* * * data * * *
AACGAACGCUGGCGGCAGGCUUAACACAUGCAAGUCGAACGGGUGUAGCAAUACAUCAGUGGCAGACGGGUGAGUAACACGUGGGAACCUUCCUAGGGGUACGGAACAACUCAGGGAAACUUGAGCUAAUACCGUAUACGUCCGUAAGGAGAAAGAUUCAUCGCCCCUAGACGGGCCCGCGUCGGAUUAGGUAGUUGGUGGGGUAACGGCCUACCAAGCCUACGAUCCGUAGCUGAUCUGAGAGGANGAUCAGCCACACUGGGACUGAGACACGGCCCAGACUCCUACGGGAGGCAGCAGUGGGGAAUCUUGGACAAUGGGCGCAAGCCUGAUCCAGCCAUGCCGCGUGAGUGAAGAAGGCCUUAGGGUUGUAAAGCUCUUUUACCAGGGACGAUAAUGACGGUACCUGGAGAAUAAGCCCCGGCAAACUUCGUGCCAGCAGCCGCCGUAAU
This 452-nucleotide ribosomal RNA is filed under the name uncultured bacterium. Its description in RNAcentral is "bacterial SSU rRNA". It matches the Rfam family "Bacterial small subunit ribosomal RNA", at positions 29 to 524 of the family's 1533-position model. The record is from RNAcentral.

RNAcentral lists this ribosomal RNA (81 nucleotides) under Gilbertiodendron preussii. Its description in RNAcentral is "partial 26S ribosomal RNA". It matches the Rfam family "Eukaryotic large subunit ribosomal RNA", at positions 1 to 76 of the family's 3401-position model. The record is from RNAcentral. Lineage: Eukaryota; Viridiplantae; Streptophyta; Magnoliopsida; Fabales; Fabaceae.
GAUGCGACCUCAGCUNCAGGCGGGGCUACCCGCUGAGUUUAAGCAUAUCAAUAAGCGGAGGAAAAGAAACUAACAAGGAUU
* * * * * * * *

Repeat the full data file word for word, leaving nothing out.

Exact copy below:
AACGAACGCUGGCGGCAGGCUUAACACAUGCAAGUCGAACGGGUGUAGCAAUACAUCAGUGGCAGACGGGUGAGUAACACGUGGGAACCUUCCUAGGGGUACGGAACAACUCAGGGAAACUUGAGCUAAUACCGUAUACGUCCGUAAGGAGAAAGAUUCAUCGCCCCUAGACGGGCCCGCGUCGGAUUAGGUAGUUGGUGGGGUAACGGCCUACCAAGCCUACGAUCCGUAGCUGAUCUGAGAGGANGAUCAGCCACACUGGGACUGAGACACGGCCCAGACUCCUACGGGAGGCAGCAGUGGGGAAUCUUGGACAAUGGGCGCAAGCCUGAUCCAGCCAUGCCGCGUGAGUGAAGAAGGCCUUAGGGUUGUAAAGCUCUUUUACCAGGGACGAUAAUGACGGUACCUGGAGAAUAAGCCCCGGCAAACUUCGUGCCAGCAGCCGCCGUAAU
This 452-nucleotide ribosomal RNA is filed under the name uncultured bacterium. Its description in RNAcentral is "bacterial SSU rRNA". It matches the Rfam family "Bacterial small subunit ribosomal RNA", at positions 29 to 524 of the family's 1533-position model. The record is from RNAcentral.

RNAcentral lists this ribosomal RNA (81 nucleotides) under Gilbertiodendron preussii. Its description in RNAcentral is "partial 26S ribosomal RNA". It matches the Rfam family "Eukaryotic large subunit ribosomal RNA", at positions 1 to 76 of the family's 3401-position model. The record is from RNAcentral. Lineage: Eukaryota; Viridiplantae; Streptophyta; Magnoliopsida; Fabales; Fabaceae.
GAUGCGACCUCAGCUNCAGGCGGGGCUACCCGCUGAGUUUAAGCAUAUCAAUAAGCGGAGGAAAAGAAACUAACAAGGAUU